The Book of Misers


Abu Uthman Amr ibn Bahr al-Kinani (776–869 AD; 163–255 AH), nicknamed Al-Jahiz for his bulging eyes, was a leading literary figure who lived during the early Abbasid era. He was born and died in Basra, Iraq. It was said that his grandfather was a slave from East Africa. Al-Jahiz was a prolific writer on subjects ranging from theology, to politics, to manners, who left many highly significant works. He is credited with having profoundly shaped the rules of Arabic prose. Al-bukhalaa (The book of misers) is considered a scientific, literary, social, historical, and geographic encyclopedia, in which al-Jahiz told stories about tightfisted people, whom he encountered, although some of his characters are thought to be imaginary as well. In vigorous comic prose, he ridiculed the greed of schoolmasters, singers, scribes, and beggars. Taking a nonjudgmental attitude, he described his characters in a realistic, astute, and humorous way, portraying them as good-natured but naive.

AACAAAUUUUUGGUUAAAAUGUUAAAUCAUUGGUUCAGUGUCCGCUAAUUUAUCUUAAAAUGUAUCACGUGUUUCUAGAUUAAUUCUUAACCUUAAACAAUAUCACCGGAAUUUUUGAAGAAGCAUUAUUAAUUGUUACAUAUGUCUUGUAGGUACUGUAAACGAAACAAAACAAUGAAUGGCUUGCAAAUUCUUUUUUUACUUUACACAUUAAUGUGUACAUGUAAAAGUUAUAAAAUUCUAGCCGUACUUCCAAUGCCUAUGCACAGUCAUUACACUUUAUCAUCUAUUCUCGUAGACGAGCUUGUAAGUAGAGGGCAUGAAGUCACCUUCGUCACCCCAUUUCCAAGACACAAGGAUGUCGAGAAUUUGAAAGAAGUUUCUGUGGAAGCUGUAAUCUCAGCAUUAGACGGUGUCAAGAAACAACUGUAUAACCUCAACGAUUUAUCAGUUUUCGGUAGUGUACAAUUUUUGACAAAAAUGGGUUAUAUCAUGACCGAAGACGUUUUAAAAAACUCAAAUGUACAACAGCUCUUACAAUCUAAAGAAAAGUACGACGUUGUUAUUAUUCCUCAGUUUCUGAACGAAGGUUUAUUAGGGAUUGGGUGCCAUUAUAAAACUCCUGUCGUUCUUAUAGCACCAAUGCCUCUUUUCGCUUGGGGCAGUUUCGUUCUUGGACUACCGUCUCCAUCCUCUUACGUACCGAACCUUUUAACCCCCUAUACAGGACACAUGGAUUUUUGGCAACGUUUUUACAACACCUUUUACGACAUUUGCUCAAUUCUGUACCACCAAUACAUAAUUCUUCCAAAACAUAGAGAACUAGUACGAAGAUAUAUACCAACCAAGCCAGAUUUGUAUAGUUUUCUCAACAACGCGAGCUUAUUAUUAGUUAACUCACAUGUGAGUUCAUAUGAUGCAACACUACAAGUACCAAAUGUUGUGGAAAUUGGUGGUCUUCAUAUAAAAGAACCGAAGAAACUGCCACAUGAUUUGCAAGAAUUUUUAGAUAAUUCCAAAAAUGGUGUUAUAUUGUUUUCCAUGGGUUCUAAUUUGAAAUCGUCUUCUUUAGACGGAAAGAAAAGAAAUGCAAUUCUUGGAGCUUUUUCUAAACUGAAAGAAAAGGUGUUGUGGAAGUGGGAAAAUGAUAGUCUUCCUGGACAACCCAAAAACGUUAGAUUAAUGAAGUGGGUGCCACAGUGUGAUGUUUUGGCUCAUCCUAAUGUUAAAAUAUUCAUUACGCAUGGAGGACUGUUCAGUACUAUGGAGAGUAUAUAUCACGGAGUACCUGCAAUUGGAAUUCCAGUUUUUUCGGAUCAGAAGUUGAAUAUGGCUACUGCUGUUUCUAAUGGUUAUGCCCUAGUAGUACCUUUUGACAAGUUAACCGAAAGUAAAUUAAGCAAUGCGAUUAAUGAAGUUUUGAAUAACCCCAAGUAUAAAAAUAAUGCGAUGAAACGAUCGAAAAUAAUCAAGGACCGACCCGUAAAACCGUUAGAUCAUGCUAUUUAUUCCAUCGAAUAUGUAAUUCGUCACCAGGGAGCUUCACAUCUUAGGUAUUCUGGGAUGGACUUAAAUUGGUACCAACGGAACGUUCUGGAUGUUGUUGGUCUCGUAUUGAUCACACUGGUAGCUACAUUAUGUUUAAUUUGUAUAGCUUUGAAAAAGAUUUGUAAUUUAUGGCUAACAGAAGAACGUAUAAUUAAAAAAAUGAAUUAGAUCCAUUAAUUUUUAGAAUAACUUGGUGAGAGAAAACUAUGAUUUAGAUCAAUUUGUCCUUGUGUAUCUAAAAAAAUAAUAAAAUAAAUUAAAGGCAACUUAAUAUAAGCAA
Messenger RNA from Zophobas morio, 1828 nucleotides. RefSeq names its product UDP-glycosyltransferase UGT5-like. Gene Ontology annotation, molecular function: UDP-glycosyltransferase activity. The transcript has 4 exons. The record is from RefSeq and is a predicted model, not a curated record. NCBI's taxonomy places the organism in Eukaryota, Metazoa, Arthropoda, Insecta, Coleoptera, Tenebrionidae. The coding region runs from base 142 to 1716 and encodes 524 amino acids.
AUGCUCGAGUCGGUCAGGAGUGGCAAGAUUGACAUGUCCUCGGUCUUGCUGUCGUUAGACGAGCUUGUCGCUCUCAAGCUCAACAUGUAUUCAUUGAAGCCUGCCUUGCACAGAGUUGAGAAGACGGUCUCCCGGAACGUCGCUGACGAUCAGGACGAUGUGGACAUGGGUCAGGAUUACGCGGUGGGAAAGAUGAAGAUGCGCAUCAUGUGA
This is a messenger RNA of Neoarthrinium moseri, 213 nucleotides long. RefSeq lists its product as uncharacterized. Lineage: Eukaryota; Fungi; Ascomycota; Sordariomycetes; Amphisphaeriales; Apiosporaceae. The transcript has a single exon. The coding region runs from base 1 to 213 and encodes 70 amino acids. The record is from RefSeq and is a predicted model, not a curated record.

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510 pages ; 24 centimeters


  • Includes bibliographical references (pages 491-510) and indexes.

Last updated: August 12, 2016